The dragon of despair is a dreadful beast. He slides and slithers under the smallest of crevices, feasting on hope, faith and love. He leaves corpses wherever he goes, slaying with haunting words of past dead deeds—words that breed the very contempt from which he is made.
It’s been nearly five years since I ran into Donald and his aging father while patrolling the mall parking lot in my police cruiser. Five years since I dispersed the confused crowd that formed around the aging father and his large, imposing, combative, adult son.
Donald’s dad had picked him up at the autism group home where he resided and taken him to the mall for a new pair of shoes.
Somewhere between the pickup truck and the entrance to the mall, the large man with autism had a complete melt down, taking off his socks and shoes as he sat screaming in the middle of the parking lot.
After dispersing the crowd I helped the man-child put on his socks and shoes and then tried to console the aged dad who was just about to have an emotional meltdown himself.
“I’m getting to old for this.” The weary father whispered to the wind.
I placed my hand on his shoulder and shared the story of raising my own son with autism. We seemed to have an immediate bond of genuine kindred spirits. After helping the man get his boy back into the truck, I watched them drive away as the weary dad placed his arm around the disheveled son.
A prodigal never finds love so satisfying and sweet as he finds it in the arms of his father.
I surveyed the providential scene. Was this a prophetic picture of my life to come?
That single, brief encounter has haunted me for years.
The bawling shrieks of the agitated son were unforgettable, and the despairing face of the father seems to be forever etched in my soul. But it was the tired father’s parting words that left me staggering,
“You know it gets worse right? They get bigger and stronger, and you get older and weaker. You still love them the same, but it becomes impossible for you to take care of them. Even short visits like this become–impossible.”
Last week I sat on the edge of Jake’s bed as he stared silently out the window. My son lives in a one-bedroom apartment with round the clock staffing, twenty minutes from our home. He’s a man now. Twenty-one years old, with a scruffy beard and a deep voice. Long gone are the days of little boys riding on dad’s shoulders, swinging around and around, laughter filling the air.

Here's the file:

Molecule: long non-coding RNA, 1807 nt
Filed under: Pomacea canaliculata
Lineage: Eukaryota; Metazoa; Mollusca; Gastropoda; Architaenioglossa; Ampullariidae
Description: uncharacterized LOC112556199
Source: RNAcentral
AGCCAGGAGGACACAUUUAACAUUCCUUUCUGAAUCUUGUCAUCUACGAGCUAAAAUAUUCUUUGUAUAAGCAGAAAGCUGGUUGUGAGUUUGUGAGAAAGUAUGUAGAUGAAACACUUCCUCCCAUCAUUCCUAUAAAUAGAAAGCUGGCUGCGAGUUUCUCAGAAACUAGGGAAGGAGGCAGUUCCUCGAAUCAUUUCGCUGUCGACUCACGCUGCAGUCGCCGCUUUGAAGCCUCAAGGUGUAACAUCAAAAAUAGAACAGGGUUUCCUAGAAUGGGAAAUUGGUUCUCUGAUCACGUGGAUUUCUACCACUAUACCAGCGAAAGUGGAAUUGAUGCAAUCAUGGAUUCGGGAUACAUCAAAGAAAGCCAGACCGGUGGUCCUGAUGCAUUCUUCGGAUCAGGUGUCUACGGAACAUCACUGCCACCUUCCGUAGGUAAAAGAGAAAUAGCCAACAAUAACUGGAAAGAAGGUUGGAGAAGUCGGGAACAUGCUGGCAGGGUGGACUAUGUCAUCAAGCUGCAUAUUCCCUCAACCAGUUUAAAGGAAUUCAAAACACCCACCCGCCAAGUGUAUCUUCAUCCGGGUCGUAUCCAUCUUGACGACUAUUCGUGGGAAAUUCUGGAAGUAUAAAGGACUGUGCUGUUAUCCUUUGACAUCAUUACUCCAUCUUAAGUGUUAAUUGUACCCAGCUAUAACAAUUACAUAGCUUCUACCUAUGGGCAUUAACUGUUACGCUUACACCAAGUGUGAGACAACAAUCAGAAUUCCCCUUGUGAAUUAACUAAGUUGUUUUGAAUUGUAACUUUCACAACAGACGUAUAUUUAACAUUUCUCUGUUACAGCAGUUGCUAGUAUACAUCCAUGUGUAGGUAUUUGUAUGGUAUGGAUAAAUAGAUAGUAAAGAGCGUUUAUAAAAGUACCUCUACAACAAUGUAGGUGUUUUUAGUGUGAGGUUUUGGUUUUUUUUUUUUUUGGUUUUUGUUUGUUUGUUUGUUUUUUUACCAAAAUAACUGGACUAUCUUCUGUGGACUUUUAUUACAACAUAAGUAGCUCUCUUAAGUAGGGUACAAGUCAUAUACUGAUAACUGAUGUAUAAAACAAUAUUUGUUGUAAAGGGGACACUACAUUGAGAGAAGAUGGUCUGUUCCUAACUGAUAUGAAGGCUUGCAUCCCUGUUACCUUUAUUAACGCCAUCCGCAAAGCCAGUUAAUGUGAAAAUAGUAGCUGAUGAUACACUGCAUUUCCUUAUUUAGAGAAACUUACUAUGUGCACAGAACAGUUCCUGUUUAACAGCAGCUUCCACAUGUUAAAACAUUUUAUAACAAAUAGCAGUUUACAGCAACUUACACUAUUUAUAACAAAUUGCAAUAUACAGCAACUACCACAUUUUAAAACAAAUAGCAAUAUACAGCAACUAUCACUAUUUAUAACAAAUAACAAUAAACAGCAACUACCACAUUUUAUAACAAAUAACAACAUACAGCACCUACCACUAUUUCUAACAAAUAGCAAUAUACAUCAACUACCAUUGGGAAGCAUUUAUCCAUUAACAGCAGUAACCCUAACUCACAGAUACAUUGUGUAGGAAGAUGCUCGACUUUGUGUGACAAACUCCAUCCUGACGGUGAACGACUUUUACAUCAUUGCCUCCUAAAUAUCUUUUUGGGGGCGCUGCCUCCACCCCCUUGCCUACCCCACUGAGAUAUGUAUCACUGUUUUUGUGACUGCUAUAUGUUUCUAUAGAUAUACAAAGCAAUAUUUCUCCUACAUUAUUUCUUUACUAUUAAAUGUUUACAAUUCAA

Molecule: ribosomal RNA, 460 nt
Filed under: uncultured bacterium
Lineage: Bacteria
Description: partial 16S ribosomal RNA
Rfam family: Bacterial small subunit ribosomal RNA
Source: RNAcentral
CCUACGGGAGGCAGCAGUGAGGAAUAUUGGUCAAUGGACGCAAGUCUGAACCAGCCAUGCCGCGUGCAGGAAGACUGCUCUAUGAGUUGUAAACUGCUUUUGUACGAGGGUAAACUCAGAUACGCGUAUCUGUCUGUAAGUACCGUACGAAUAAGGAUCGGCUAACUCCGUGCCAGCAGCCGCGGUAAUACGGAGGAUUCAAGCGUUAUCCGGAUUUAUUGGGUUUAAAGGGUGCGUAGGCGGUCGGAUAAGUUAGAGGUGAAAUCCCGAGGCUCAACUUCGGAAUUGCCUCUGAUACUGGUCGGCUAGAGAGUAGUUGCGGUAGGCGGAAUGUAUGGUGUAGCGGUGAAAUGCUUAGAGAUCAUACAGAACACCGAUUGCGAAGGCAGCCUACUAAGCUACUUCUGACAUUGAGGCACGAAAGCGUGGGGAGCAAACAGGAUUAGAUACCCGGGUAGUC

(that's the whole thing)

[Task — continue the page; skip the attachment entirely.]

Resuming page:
He seems more distant now. So much of his bubbly personality has faded into medication, frustration, isolation and just plain life. The time I get to spend with him is brief on a Sunday afternoon. He doesn’t want me there and demands in repeated sign language to “go” as he waives to me and points toward the door.
I stay anyway, defying his rebellion with deflecting love.
Love never gives up.
He takes off his shirt to change clothes—a rigorous, rhythmic, autistic routine of shirts off and shirts on, all day long. Between changes I notice his chest and stomach covered with self-injurious wounds.
Like a soldier marked by combat he is covered with scratches and scars all over his torso. His arms have deep bite marks and gashes—his forehead also. Without meaning to give the devil credit, I often wonder what role the demonic plays in the realm of disability.
Lest we forget, Satan is real.
I want to spend time with him, but the only affirmation of affection he gives me these days is when I’m taking him to the corner convenience mart to get chips and a root beer, or when I’m leaving. “I’m just a bag of chips and a bottle of root beer to him.” I recently droned to my wife.
“You are so much more.” She encouraged.
Last week I took him to the corner store, and at the checkout realized I had left my wallet at home.
A simple mistake.
A conjuring of demons.
Without chips and root beer, there is no happiness. The biting, clawing and gnashing of teeth began. I carried him back to the truck as the onlookers looked.
“I’m getting too old for this.” I whispered to the wind.
“You know it get’s worse, right?” Those haunting words echo inside of my head. I’m not sure if they come from the old man or the old accuser.
They slay the same.
But there are other words—greater words—Holy Words.
As we sit on the edge of the bed and look out the window, I whisper them to my son, and more importantly, to myself.
The Lord is my light and my salvation; whom shall I fear? The Lord is the stronghold of my life; of whom shall I be afraid? (Psalm 27:1)
The Lord is near to the brokenhearted and saves the crushed in spirit. (Psalm 34:18)
Our citizenship is in heaven. And we eagerly await a Savior from there, the Lord Jesus Christ, who, by the power that enables him to bring everything under his control, will transform our lowly bodies so that they will be like his glorious body. (Philippians 3:20-21)
And now, O Lord, for what do I wait? My hope is in you. (Psalm 39:7)
The verses are short, but the words are strong. Like sharpened swords, I carry them with me wherever I go. They shine in the darkness like a lighthouse on a stormy shore, bringing the ship of my faith safely through the jagged rocks of desolation.
Jake doesn’t respond but I know he hears. He continues to stare out the dirty window of his darkened bedroom and nothing changes, except my heart and my view.
“For now we see in a mirror dimly, but then face to face. Now I know in part; then I shall know fully, even as I have been fully known.” (1 Corinthians 13:2)
The haunting words are drowned out by the holy words, and death is swallowed up by victory as the dragon of despair lay broken on the bedroom floor.
He is the disabled one today.
And I remember,
We have this treasure in jars of clay, to show that the surpassing power belongs to God and not to us. We are afflicted in every way, but not crushed; perplexed, but not driven to despair; persecuted, but not forsaken; struck down, but not destroyed. (2 Corinthians 4:7-8)
…are always stronger than haunting words.